NOTES: Written for house_of_fanfic prompt 331: Chase and Cameron go grocery shopping. Thanks to vitawash24 for beta.
The supermarket is eerily quiet at night, the fluorescent lights which make everything bright and shiny by day bringing out lines of exhaustion around customers' eyes, and dirty footprints yet to be washed clean from the faded tile floor. Only a handful of people are in the store, and Cameron feels the irrational need to keep her voice down, as though the frozen peas might hear and resent the interruption of their beauty sleep. Two days is far too long to be awake, she decides, dying patients notwithstanding.
"We could've just gotten takeout," Chase says, whining a little as they survey the produce section.
"What," she answers, "and for breakfast too? And lunch and dinner tomorrow? You don't have anything edible in your apartment, unless you plan to live on stale popcorn. And besides, I don't feel like drowning in grease at this hour."
Chase looks slightly taken aback, and Cameron realizes that exhaustion coupled with the frustration of a difficult case have made her punchy.
"'s not all greasy," he insists, and Cameron notices for the umpteenth time that he looks close to well-concealed tears. The memory of him standing there holding the contents of his locker comes floating back to haunt her, seemingly distant though she knows it is only a few days old, and Cameron feels a pang of guilt dulled by exhaustion.
"Your takeout repertoire consists of three options," she counters, smiling this time to soften the tone. "Pizza, Chinese, and Taco Bell. Seriously, they don't even know how to make a salad without slathering it in sour cream."
"Fine," Chase says, defeated. "We'll get whatever you want." He walks blindly toward the nearest display, frustration seeming to grow again when he realizes he's confronted by a multitude of green bananas.
Cameron is struck suddenly by the bizarreness of the situation: this thing between them still new and fragile, cloaked in tension and the remnants of past hurt, both of them still reeling from the sudden upheaval of their little reluctant family at work. And here she is, trying to convince him that the correct response to all of this is to eat some vegetables.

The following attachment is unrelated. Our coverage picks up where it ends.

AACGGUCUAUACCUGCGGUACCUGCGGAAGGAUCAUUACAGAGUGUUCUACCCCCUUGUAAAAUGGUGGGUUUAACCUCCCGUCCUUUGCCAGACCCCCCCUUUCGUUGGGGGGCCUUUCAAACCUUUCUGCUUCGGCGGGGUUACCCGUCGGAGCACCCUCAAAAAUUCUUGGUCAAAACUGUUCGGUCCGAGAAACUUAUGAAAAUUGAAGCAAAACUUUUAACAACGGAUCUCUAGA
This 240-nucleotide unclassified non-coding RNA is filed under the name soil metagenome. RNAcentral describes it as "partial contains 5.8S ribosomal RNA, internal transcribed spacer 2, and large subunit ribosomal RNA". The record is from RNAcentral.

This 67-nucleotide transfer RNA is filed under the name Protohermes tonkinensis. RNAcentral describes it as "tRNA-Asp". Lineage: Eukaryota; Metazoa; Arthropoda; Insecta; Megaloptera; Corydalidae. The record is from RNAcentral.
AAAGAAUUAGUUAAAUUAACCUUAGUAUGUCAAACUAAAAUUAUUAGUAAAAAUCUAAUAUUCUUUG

"You don't have to be here, you know," Chase says quietly, and Cameron can't tell if there's bitterness in that statement. "You've been working. And I told you I'm fine. You don't have to stick around to keep an eye on me."
Cameron frowns, trying not to be hurt. "I told you, I want to be here. I guess we could buy some microwave meals, if you're really dead-set on something quick."
"Right." Chase snorts softly, not looking at her. "Your idea of a good time is hanging around the supermarket at midnight with your newly-unemployed boyfriend and a bunch of under-ripe fruit."
"Well, you've got me there," Cameron shoots back dryly. "I'm secretly using you to get close to the tomatoes."
But the humor seems lost on him, only serving to upset him more. "I don't know what you want from me. I told you not to feel sorry for me. We don't work together anymore. And I told you I'd given up trying to get you to like me, so why—"
"Because I don't want to lose you," Cameron interrupts, surprising herself, the butterflies that danced in her stomach while she waited for him to open the door returning now in force. He is clearly anything but fine with the events of the previous day, but she knows addressing it now will only garner further protests against her pity. "Because I want us to have a chance."
Chase just stares at her, silent at last, pain and uncertainty naked in his eyes. This is a place of anonymity, neither the tension of work nor the façade they've clung to in their respective apartments can hide the truth now.
"We should get frozen waffles," Cameron decides quietly, remembering her mother cooking breakfast for dinner when she was younger and upset. "And pasta or sandwich fixings for tomorrow. Something easy."
"You're staying tomorrow?" Chase asks, surprised. "Don't you have to work?"
Cameron thinks again of his face, of the past four years reduced to an accumulation of junk in his arms. Of the way he'd looked trying to convince both of them that this is for the best. And suddenly she knows that he's right—whether they like it or not, change is going to happen. Regardless of what House does now, Foreman and Chase have crossed some intangible line, and there is no turning back. In this moment, amidst all the peculiarities which make up their daily lives, Cameron knows which side she needs to be standing on.
"I think I'm going to take some time off," she says, already thinking about revisions to the letter she's had saved on her laptop for years.
"You're—what?" Chase gapes at her like he can't quite compute the words that have just come out of her mouth, a picture of confusion Cameron has to admit is rather adorable. Instead of answering, she steps forward and draws him into a hug. Chase stiffens for a second before relaxing against her, practically clinging for a long moment.
"And we should find some food to buy before they throw us out," Cameron reminds him when he steps back at last. The barest hint of a smile lifting the corners of his mouth, Chase nods, Cameron takes his hand as they start toward the cereal aisle.